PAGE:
The Philippine Information Agency (8/21) reports Mariano Marcos State University “is now accepting engineering graduates who would like to enroll for the Professional Science Master’s in Renewable Energy Engineering (PSM-REE) program,” the first in Southeast Asia. It “was established in partnership with the United States Agency for International Development (USAID)-funded Science, Technology, Research, and Innovation for Development (STRIDE) and the Energy Development Corporation (EDC).” Dr. Susan Brems, USAID mission director for the Philippines, Pacific Islands and Mongolia, said, “This collaboration is a significant achievement that supports our mutual goal to propel the Philippines to achieve and sustain broad-based economic growth and development.”
Ford Pledges To Launch Level 4 Autonomous Driver-Less Taxi Service In 2021.
Business Insider (8/20) reported in continuing coverage Ford announced on Tuesday that in 2021, it will launch a level 4 autonomous self-driving taxi fleet in at least one US city. Ford advanced research and engineering vice president Ken Washington said Ford will select a city where its vehicle sensors can “operate at their optimum performance.” Washington told Business Insider that Ford has not yet established how consumers will request the taxi service or what partnerships or companies it will pursue, but Ford “talking to everybody and everybody is talking to us.”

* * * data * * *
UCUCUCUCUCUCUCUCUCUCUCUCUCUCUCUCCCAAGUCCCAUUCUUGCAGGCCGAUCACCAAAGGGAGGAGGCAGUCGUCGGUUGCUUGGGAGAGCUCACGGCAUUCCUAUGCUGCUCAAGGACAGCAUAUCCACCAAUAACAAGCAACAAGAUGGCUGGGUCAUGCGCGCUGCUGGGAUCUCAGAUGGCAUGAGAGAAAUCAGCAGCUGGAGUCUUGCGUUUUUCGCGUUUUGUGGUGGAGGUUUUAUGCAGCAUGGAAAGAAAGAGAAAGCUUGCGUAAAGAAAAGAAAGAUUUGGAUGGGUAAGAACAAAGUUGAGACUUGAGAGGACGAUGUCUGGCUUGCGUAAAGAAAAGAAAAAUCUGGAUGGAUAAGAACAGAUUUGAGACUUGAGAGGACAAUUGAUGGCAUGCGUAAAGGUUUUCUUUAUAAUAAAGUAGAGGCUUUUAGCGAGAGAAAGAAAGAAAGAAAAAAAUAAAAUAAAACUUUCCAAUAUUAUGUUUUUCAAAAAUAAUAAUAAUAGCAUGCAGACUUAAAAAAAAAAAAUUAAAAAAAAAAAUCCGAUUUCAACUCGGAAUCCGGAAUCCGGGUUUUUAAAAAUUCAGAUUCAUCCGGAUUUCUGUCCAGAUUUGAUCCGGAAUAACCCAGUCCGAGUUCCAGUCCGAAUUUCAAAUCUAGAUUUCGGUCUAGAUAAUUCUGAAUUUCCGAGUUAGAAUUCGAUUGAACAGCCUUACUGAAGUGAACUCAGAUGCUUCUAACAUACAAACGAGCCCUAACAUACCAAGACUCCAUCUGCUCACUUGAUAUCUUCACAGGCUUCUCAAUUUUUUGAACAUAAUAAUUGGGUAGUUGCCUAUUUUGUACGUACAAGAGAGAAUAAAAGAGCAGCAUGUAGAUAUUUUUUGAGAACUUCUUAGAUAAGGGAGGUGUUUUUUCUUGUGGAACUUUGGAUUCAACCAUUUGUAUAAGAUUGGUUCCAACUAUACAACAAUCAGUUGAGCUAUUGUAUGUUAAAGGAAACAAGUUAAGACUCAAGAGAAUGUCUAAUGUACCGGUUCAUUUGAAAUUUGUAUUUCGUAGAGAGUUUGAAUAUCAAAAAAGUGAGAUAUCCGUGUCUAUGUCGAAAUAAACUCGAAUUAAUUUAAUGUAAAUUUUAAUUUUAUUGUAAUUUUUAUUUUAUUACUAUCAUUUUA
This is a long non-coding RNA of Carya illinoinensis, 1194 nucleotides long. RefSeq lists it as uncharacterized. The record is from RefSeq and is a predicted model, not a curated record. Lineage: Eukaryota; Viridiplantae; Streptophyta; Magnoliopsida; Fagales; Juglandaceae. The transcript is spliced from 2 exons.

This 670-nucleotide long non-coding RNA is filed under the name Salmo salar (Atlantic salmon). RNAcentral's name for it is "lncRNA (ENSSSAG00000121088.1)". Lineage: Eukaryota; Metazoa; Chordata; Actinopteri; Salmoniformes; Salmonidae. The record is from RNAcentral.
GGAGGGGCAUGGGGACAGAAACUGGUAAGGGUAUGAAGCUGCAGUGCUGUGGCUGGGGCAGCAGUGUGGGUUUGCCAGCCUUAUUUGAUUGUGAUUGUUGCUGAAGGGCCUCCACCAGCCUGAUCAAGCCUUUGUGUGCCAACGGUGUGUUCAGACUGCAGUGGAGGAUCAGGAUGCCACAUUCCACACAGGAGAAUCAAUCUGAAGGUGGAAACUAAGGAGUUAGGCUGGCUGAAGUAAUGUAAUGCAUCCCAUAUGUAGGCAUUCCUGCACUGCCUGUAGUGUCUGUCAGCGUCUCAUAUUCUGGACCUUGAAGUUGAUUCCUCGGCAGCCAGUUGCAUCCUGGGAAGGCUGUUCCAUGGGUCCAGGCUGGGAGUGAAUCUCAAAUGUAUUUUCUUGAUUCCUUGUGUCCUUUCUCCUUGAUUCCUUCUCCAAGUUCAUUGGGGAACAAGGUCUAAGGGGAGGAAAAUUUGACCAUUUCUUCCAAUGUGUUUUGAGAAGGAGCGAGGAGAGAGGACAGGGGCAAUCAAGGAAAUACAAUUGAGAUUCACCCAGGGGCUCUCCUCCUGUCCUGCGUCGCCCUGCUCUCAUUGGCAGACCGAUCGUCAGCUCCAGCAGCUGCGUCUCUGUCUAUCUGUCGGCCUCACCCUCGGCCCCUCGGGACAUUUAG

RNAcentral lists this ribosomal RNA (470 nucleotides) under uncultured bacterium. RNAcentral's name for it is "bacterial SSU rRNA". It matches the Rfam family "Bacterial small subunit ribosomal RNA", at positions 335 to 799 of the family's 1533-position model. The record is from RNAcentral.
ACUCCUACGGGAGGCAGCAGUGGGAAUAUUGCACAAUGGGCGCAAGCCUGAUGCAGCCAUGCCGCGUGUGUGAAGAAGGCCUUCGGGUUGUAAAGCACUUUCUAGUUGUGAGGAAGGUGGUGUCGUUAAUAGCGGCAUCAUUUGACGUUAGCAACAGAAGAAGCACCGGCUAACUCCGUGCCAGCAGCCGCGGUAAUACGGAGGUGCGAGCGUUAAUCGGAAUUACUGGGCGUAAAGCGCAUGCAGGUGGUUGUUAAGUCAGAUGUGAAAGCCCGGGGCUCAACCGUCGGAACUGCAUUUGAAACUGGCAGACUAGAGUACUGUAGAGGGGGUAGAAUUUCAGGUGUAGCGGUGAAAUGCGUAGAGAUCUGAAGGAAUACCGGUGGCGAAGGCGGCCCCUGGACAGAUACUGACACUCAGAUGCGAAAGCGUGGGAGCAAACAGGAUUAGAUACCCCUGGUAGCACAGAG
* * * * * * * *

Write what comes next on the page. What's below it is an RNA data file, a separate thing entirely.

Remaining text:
Engineering and Public Policy
NHTSA, EPA Finalize Phase 2 Greenhouse Gas Standards For Large Trucks.
There is some coverage of the finalized fuel-efficiency rule for buses and large trucks from NHTSA in conjunction with the EPA. Reporting on the new Phase 2 greenhouse gas standards is balanced between showing praise and criticism of the new rules, but commentary tends to be in favor of environmental measures.